China's tourism sector reports accelerated recovery
China's tourism sector has reported a strong recovery so far this year and is expected to continue its current momentum as China further lifts travel restrictions amid a stable COVID-19 situation.
The tourism sector logged encouraging statistics during the Spring Festival holiday in mid-February, according to data from the China Tourism Academy.
Domestic tourism revenue recorded year-on-year growth starting from the third day of the weeklong holiday, while the number of tourists traveling to and from major tourist destinations like Guangdong, Shanghai and Beijing exceeded or almost reached the levels seen during the 2019 Spring Festival.
The demand for leisure city travel, vacations in the suburbs, family trips and study tours showed a strong upward trend, the academy said.
The country's civil aviation industry handled approximately 23.95 million passenger trips in February, a jump of 187.1 percent year on year, the latest data from the Civil Aviation Administration of China showed.
Air travel picked up steam soon after the holiday, during which many Chinese people opted to stay put in response to the government's call to avoid unnecessary gatherings.
Passenger traffic on domestic routes has returned to the level seen during the same period in 2019, according to data from online travel service provider qunar.com.
Increasing hotel bookings also pointed to people's willingness to travel. Sanya, Wuxi and Lhasa are among tourists' favored domestic destinations.
By March 9, hotel bookings for the Tomb-sweeping Day holiday in early April had increased to 4.5 times the number of bookings seen on the same date a year earlier.
The number of hotel reservations on May 1, the first day of the five-day May Day holiday, has exceeded the number from the same day in 2019, the data showed.
Beijing has relaxed COVID-19 restrictions as the Chinese capital has seen no new locally transmitted cases for over a month.
Those traveling from domestic low-risk areas and arriving in Beijing are not required to provide negative nucleic acid test results, and taxi and online car-hailing services between Beijing and other cities will resume.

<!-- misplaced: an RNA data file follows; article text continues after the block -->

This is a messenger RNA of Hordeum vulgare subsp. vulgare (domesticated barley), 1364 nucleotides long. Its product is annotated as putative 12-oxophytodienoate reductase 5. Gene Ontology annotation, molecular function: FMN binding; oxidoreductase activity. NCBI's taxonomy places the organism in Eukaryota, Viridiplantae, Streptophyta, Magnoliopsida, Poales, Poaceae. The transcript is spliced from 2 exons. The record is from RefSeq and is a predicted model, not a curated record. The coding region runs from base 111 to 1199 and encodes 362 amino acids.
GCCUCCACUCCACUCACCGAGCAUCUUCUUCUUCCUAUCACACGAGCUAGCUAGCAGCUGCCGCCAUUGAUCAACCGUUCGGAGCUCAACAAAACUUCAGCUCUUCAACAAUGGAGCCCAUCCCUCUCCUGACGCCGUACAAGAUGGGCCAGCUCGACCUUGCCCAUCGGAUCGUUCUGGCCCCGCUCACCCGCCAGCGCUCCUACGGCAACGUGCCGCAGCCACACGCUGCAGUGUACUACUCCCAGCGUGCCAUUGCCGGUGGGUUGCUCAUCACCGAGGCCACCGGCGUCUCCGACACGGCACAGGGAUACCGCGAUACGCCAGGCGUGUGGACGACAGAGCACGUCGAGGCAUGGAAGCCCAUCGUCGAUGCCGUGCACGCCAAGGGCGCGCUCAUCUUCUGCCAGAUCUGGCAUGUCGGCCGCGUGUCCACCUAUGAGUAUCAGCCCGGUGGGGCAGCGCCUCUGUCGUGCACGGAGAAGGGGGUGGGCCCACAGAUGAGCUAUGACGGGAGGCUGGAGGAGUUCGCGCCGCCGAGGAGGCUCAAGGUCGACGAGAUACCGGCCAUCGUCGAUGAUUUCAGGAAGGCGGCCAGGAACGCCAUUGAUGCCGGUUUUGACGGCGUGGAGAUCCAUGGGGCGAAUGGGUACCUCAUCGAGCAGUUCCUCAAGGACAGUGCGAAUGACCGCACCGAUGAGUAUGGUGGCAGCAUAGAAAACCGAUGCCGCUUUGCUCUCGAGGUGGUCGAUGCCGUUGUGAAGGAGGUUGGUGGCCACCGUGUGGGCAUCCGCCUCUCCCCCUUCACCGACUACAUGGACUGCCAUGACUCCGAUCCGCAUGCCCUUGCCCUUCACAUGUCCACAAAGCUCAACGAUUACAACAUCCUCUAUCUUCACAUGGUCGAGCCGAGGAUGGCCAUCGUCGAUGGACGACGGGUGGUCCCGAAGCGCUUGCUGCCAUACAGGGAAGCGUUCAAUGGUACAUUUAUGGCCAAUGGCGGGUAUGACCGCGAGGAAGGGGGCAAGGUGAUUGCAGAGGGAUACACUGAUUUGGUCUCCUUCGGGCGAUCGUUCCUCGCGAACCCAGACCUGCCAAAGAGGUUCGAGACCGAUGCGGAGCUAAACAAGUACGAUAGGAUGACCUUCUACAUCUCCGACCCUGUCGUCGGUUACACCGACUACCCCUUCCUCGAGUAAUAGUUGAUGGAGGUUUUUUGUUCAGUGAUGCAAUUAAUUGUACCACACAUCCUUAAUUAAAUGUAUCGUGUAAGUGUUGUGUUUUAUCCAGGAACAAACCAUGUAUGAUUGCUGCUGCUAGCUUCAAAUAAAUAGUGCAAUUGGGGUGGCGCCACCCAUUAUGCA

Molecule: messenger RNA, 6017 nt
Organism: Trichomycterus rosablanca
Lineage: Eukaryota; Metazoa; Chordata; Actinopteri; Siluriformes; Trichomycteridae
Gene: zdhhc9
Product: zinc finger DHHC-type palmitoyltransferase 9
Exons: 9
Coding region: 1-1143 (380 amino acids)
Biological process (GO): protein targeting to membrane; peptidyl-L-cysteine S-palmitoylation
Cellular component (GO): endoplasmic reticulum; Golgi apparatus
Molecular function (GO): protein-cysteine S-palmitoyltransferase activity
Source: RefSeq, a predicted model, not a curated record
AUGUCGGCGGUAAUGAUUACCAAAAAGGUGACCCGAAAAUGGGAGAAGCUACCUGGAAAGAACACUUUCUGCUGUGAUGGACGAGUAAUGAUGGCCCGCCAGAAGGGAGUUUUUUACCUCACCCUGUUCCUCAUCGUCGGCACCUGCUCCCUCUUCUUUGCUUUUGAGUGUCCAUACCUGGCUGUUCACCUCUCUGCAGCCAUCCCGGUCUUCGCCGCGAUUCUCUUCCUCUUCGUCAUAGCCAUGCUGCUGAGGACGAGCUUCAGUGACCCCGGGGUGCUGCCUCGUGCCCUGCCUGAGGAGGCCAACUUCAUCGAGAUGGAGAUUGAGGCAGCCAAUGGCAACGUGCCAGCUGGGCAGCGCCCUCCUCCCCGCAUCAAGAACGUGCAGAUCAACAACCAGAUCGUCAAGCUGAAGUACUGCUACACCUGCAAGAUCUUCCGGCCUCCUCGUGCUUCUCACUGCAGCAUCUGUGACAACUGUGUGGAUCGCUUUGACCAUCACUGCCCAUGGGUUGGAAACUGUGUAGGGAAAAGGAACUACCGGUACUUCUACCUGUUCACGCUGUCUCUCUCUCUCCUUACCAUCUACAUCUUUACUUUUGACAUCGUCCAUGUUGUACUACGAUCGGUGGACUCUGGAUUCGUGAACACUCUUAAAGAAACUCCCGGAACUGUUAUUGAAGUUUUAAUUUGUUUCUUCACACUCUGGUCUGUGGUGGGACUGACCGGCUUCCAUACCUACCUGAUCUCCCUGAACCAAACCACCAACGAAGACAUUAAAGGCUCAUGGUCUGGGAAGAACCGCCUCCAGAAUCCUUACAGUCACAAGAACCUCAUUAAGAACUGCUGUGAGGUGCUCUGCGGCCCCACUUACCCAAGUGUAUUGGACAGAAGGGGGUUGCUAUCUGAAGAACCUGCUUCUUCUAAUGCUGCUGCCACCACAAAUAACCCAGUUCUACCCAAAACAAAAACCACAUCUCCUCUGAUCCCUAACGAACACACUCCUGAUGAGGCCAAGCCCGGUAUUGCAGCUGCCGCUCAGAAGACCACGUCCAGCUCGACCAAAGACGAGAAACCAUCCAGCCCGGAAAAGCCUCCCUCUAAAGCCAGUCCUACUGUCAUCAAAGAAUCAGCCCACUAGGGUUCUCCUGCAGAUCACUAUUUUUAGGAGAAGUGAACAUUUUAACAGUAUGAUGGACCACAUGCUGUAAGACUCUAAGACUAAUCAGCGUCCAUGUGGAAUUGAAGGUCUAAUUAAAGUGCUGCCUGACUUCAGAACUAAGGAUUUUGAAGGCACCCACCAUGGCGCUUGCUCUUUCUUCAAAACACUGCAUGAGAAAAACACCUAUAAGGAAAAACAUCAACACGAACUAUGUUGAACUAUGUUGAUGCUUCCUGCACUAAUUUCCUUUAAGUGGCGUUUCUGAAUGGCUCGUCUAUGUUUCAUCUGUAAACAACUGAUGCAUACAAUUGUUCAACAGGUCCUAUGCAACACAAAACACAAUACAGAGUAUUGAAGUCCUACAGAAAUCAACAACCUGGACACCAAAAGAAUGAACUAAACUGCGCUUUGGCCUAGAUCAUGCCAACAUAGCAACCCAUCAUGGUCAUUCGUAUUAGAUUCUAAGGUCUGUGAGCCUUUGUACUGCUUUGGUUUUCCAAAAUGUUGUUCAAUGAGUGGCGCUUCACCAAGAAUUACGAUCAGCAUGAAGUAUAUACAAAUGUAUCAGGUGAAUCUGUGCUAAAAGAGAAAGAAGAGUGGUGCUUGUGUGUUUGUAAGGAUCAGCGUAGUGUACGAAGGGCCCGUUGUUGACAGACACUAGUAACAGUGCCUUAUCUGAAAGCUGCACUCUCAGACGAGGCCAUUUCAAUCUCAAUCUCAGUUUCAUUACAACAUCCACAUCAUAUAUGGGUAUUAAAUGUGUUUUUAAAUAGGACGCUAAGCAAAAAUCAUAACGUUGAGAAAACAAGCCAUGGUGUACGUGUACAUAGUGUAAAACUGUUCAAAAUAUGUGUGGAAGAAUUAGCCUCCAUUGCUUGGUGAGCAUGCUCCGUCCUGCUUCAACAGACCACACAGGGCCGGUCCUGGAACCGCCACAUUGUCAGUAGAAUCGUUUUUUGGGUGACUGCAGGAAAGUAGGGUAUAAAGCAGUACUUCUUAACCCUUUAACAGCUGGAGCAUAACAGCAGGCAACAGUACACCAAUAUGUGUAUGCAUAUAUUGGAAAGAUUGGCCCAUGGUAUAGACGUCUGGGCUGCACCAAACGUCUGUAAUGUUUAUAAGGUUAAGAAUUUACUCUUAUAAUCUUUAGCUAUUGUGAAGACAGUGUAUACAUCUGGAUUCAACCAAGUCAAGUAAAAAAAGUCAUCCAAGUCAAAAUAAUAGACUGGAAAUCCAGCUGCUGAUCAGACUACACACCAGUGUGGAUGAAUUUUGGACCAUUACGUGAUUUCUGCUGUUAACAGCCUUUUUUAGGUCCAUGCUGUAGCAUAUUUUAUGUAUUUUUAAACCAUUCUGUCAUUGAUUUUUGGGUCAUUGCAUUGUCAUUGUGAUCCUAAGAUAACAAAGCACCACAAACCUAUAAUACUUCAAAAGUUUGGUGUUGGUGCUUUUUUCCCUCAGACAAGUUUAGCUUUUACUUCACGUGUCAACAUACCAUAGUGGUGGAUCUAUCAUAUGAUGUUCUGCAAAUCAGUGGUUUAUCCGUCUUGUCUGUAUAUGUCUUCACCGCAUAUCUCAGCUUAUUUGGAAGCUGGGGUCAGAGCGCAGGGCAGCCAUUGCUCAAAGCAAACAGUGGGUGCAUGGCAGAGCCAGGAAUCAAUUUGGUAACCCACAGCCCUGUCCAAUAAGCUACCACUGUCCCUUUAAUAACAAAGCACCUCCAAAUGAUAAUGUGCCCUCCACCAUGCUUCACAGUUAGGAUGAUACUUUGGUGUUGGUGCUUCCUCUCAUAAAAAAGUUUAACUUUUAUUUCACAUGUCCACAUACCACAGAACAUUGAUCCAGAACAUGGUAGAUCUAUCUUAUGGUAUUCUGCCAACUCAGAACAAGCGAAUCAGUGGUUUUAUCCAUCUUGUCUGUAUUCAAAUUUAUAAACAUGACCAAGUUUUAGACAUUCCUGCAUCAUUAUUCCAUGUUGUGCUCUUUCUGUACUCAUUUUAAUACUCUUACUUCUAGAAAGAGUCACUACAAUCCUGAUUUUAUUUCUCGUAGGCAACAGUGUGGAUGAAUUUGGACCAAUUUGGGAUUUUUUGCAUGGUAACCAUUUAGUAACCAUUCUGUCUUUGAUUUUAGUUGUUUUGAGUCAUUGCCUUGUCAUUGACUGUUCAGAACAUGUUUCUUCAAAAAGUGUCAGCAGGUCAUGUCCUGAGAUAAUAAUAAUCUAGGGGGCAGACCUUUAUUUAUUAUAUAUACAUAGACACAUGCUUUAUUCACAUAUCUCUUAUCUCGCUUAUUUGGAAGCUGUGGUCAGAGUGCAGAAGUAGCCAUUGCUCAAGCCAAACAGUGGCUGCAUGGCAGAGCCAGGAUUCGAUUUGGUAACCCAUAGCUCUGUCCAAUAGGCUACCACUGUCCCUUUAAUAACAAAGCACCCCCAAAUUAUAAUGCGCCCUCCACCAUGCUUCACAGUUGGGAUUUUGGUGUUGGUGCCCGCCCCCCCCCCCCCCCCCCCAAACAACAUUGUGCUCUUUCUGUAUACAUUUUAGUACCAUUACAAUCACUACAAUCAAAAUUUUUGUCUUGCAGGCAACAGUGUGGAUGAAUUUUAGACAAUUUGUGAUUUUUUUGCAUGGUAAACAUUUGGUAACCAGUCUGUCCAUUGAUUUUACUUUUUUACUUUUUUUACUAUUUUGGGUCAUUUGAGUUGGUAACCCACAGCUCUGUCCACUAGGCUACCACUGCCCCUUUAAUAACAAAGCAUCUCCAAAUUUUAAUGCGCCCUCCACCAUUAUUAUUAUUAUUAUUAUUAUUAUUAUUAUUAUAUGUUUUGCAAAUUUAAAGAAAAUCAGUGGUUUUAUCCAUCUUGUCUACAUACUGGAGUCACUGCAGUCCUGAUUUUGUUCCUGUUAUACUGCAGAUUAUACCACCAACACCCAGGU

Temperature checks will also be unnecessary at community and village entrances, while indoor and outdoor cultural and entertainment venues such as parks, scenic spots, libraries, museums and theaters will be allowed to hold up to 75 percent of their visitor capacities.
Data showed soaring air and train ticket bookings in and out of Beijing immediately after the announcement from the municipal government.
Industry insiders said people are using the coming holidays to make up for the trips they missed earlier.
The costs of travel, accommodation and entrance tickets to cultural and entertainment venues have declined significantly since the outbreak of COVID-19, and some local governments may continue offering travel vouchers to attract tourists, allowing people to take highly cost-effective vacations this year, said Ma Yiliang, an analyst with the China Tourism Academy.
According to a report from the academy, an estimated total of 4.1 billion domestic tourist trips will be made in China this year, up 42 percent from 2020.
Domestic tourism revenue is expected to surge 48 percent to reach 3.3 trillion yuan (about 507.47 billion U.S. dollars), read the report.
China's economic growth gathered steam in the first two months of 2021, with major economic indicators such as industrial output, retail sales and fixed-asset investment all surging more than 30 percent, according to data released by the National Bureau of Statistics on Monday.